Therefore, it may take several round trip delays before it generates enough packets in a single burst to trigger T_ON. Table III below shows the preferred minimum size of a Type I transaction for admission into Group C. Table IlI takes the ACK every other segment rule that most TCP receivers use.

TABLE III
Min. # Min. Trans. Size
T_ON Packets (512 Byte Packets)
1 1 512 Bytes
2 9 4608 Bytes
3 15 7680 Bytes
4 24 12,288 Bytes

From Table III we see that the minimum transaction size rises quite rapidly with the value of T_ON such that as T_ON increases, so does the situation that smaller transactions will not be able to take advantage of Group C. Moreover, an increased value of T_ON results in Type I transactions which take longer to complete.

A balanced approach to the value for T_ON is a choice of T_ON=3 in the exemplary embodiment.

The parameter TIMEOUT1 is defined as the period of time for which a user holds a dedicated channel in Group C without transmitting data, after which it gives up the channel and is reassigned to Group B.

The TIMEOUT1 parameter is used to remove inactive users from Group C, for the case in which Group C is lightly loaded, so that each user gets its own dedicated channel. The value of TIMEOUT1 should be small enough such that unwanted Type II applications are quickly detected and removed from Group C. Moreover, TIMEOUT1 should be large enough such that a Type I application is not inadvertently interrupted in the middle of its burst. It has been observed that successive packets in a burst are typically separated by about 1 ms, and that successive packets in a burst are typically separated by about 10 ms. Hence, in view of these considerations, the value TIMEOUT1=100 ms was chosen.

The parameter TIMEOUT2 is the amount of time a user in Group B may be idle or inactive before it is moved or reassigned to Group A.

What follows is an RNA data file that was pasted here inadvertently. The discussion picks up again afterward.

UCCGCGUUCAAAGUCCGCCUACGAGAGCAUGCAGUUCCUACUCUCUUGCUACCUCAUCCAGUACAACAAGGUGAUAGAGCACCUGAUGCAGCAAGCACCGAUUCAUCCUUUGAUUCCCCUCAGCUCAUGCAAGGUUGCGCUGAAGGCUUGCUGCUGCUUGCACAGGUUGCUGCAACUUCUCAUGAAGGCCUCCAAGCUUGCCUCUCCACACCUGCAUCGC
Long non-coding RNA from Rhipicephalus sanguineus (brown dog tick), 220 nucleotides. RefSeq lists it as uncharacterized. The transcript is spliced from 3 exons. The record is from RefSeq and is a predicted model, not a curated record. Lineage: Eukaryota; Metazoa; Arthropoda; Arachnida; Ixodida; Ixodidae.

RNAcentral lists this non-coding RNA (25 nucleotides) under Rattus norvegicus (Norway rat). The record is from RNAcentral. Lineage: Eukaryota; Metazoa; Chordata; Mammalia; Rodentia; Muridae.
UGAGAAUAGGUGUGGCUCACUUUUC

While the invention has been described with reference to the exemplary preferred embodiments thereof, those skilled in the art will be able to make the various modifications to the described embodiments of the invention without departing from the true spirit and scope of the invention. For instance, the invention is applicable not only to the transmission of data over TV channels, but to the transmission of packet data over any means, e.g., the Internet, RF, microwave, satellite, etc. Moreover, the invention is equally applicable to the transmission of data over TV channels in utilizing any of the various TV standards utilized around the world.

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Classifications
U.S. Classification370/431, 370/421
International ClassificationH04L12/56
Cooperative ClassificationH04L47/10
European ClassificationH04L47/10
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Free format text: ASSIGNMENT OF ASSIGNORS INTEREST;ASSIGNOR:HYBRID NETWORKS, INC.;REEL/FRAME:013117/0854
Effective date: 20020521
Owner name: LONDON PACIFIC LIFE & ANNUITY COMPANY 3101 POPLARW
Free format text: ASSIGNMENT OF ASSIGNORS INTEREST;ASSIGNOR:HYBRID NETWORKS, INC. /AR;REEL/FRAME:013117/0854
Jul 3, 2002ASAssignment
Owner name: HYBR WIRELESS INDUSTRIES LIMITED, CHANNEL ISLANDS
Free format text: ASSIGNMENT OF ASSIGNORS INTEREST;ASSIGNOR:LONDON PACIFIC LIFE & ANNUITY COMPANY, A NORTH CAROLINA STOCK LIFE INSURER;REEL/FRAME:013117/0667
Effective date: 20020531
Owner name: HYBR WIRELESS INDUSTRIES LIMITED C/O CAMPASTRE HOL
Free format text: ASSIGNMENT OF ASSIGNORS INTEREST;ASSIGNOR:LONDON PACIFIC LIFE & ANNUITY COMPANY, A NORTH CAROLINA STOCK LIFE INSURER /AR;REEL/FRAME:013117/0667
Aug 27, 1997ASAssignment
Owner name: HYBRID NETWORKS, INC., CALIFORNIA
Free format text: ASSIGNMENT OF ASSIGNORS INTEREST;ASSIGNORS:VARMA, SUBIR;ENNS, FREDERICK;REEL/FRAME:008690/0910
Effective date: 19970819